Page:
This opinion will be unpublished and

may not be cited except as provided by

Minn. Stat. § 480A.08, subd. 3 (2002).






State of Minnesota,





Keith Reginald Kolongi Edwards,



Filed May 18, 2004


Gordon W. Shumaker, Judge


Dakota County District Court

File No. K5021825



Mike Hatch, Attorney General, 1800 NCL Tower, 445 Minnesota Street, St. Paul, MN 55101-2134; and


James C. Backstrom, Dakota County Attorney, Lawrence F. Clark, Assistant Dakota County Attorney, Dakota County Judicial Center, 1560 Highway 55, Hastings, MN 55033 (for respondent)


Thomas Plunkett, Piper Jaffray Plaza, 444 Cedar Street, Suite 950, St. Paul, MN 55101; and


Maureen Williams, P.O. Box 1895, Minneapolis, MN 55337-0895 (for appellant)


Considered and decided by Minge, Presiding Judge; Shumaker, Judge; and Crippen, Judge. *


U N P U B L I S H E D   O P I N I O N




            On appeal from his conviction of attempted second-degree murder, appellant argues that the evidence that he shot at two men, without pointing the gun directly at either, and encouraged the victim to run, was insufficient to prove that appellant intended to kill the victim or took a substantial step toward that end.  Appellant also argues that the show-up identification procedure was impermissibly suggestive.  Because the evidence is sufficient to establish intent and the challenge to the identification-procedure issue was waived, we affirm.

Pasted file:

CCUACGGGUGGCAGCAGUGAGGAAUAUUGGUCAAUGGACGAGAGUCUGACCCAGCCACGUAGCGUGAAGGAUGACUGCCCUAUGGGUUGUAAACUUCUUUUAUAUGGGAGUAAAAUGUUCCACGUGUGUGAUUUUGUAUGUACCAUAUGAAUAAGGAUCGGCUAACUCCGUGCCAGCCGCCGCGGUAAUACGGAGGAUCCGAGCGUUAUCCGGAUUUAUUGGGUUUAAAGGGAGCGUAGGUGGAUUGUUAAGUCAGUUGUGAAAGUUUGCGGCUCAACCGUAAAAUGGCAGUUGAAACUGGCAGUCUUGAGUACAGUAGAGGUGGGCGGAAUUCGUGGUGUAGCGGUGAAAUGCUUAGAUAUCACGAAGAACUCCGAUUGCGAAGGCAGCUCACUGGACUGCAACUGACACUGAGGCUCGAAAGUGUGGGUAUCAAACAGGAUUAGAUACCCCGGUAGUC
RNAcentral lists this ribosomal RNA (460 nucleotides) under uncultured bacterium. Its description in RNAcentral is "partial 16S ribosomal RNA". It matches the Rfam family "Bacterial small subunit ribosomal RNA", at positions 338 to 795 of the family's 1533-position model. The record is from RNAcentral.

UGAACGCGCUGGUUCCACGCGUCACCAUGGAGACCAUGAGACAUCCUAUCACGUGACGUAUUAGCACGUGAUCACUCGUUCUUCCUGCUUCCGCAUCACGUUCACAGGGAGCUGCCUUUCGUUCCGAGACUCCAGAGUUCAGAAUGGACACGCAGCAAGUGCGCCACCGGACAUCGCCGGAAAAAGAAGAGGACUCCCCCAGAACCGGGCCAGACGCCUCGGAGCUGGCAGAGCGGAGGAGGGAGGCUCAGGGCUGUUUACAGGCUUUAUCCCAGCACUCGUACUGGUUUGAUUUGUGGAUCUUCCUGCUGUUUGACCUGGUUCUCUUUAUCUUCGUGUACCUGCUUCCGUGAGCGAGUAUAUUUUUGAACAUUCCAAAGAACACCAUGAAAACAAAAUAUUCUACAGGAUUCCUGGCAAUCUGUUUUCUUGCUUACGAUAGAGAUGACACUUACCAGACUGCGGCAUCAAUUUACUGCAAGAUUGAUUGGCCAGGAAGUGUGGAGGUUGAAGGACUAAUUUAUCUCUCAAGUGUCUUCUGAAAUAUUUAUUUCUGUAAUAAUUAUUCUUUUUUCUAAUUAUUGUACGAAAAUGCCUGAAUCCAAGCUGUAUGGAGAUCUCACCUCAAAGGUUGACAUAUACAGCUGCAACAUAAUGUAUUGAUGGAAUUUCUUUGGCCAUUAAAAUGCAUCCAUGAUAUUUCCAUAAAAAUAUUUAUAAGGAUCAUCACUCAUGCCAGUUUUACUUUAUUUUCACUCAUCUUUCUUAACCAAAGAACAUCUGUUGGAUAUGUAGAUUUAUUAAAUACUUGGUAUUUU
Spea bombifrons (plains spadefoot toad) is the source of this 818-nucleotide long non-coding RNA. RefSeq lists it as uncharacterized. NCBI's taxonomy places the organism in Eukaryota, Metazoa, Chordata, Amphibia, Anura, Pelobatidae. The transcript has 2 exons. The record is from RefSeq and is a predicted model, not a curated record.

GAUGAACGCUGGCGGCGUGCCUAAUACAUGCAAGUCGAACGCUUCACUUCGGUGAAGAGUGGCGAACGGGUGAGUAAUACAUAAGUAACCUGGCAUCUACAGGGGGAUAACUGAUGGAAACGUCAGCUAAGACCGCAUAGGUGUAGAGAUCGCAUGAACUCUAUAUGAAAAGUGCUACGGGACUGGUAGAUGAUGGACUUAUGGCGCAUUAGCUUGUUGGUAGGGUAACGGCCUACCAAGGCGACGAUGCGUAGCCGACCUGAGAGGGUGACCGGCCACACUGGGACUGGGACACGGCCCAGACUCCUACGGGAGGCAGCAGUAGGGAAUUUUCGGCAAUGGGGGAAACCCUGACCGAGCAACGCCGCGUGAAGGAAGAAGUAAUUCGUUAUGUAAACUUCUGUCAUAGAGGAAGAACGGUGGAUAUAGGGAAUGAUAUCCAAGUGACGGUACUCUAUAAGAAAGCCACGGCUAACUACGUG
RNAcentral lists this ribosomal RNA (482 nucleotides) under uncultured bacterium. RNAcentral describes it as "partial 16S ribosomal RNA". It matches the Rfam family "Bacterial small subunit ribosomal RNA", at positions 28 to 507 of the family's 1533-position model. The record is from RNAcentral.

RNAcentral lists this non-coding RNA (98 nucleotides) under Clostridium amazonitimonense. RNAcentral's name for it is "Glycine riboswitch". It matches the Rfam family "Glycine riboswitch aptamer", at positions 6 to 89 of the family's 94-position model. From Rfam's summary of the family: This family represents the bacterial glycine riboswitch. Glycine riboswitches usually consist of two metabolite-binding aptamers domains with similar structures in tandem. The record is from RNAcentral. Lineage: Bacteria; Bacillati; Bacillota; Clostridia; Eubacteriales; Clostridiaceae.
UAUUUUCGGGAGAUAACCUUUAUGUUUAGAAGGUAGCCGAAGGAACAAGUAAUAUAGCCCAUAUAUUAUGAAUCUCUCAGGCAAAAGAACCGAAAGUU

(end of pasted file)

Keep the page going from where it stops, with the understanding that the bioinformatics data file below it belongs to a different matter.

The state charged appellant Keith Edwards with attempted second-degree murder, second-degree assault, and discharge of a firearm in a school zone stemming from a shooting on June 4, 2002.